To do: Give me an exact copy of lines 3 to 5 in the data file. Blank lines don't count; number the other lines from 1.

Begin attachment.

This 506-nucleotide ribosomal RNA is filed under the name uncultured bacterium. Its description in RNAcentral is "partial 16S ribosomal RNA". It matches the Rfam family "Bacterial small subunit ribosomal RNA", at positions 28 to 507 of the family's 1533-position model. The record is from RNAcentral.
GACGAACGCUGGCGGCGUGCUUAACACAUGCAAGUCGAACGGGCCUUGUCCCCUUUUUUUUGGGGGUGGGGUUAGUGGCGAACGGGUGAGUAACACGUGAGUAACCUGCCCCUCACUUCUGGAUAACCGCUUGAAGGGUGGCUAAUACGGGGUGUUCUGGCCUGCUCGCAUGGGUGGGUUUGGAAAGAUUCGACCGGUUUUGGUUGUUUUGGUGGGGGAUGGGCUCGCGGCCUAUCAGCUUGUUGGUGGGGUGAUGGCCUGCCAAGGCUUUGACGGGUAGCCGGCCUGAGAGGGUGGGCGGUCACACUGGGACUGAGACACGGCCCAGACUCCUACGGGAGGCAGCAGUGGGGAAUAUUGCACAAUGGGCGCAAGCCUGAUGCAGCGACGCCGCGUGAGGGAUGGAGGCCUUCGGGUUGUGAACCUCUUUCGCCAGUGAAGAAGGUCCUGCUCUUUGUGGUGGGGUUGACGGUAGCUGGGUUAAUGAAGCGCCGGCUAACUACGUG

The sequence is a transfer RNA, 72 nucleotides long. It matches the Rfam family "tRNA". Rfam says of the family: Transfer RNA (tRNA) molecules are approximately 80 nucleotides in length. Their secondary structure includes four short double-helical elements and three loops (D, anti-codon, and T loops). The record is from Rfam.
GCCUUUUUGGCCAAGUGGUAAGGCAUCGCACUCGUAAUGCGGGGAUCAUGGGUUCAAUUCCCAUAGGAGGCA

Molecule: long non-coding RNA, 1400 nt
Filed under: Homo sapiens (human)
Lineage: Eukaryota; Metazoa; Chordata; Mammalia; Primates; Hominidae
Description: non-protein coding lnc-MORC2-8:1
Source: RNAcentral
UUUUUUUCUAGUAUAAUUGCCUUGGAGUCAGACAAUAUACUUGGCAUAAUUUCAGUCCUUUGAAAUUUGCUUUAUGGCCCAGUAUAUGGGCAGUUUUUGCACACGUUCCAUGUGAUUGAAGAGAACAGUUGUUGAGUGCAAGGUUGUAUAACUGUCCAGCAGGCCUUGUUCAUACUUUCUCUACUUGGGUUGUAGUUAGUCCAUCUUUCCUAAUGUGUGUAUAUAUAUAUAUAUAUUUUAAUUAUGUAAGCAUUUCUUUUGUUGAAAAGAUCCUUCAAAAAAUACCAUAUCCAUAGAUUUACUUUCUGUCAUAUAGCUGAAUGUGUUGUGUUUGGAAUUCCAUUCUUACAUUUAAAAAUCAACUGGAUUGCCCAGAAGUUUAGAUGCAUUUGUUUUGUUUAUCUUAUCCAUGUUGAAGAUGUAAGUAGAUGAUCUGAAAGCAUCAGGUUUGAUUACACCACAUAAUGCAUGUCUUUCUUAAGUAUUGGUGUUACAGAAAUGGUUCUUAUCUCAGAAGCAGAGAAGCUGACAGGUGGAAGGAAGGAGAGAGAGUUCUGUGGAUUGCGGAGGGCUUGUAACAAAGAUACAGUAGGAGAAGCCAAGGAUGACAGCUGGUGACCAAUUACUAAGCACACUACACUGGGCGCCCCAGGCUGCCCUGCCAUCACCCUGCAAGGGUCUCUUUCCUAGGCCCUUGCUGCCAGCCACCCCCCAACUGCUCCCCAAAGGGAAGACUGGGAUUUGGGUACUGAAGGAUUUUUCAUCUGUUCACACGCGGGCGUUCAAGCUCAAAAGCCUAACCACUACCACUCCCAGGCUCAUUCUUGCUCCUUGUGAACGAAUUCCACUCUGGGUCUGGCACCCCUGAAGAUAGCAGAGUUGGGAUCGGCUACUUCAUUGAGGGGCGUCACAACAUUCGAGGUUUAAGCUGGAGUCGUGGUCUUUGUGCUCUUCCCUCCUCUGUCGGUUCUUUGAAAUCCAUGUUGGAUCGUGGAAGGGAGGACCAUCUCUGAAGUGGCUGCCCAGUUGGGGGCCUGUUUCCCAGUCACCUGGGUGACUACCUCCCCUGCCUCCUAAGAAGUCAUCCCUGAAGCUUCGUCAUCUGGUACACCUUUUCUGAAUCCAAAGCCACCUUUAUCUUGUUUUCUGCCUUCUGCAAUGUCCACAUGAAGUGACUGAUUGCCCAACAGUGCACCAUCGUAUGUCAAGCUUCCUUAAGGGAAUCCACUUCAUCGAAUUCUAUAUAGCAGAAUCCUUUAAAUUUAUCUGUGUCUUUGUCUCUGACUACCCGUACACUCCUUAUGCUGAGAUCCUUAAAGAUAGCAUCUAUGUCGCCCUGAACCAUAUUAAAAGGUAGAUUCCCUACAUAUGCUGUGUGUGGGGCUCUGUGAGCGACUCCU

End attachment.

The sequence is a transfer RNA, 72 nucleotides long. It matches the Rfam family "tRNA". Rfam says of the family: Transfer RNA (tRNA) molecules are approximately 80 nucleotides in length. Their secondary structure includes four short double-helical elements and three loops (D, anti-codon, and T loops). The record is from Rfam.
GCCUUUUUGGCCAAGUGGUAAGGCAUCGCACUCGUAAUGCGGGGAUCAUGGGUUCAAUUCCCAUAGGAGGCA

Molecule: long non-coding RNA, 1400 nt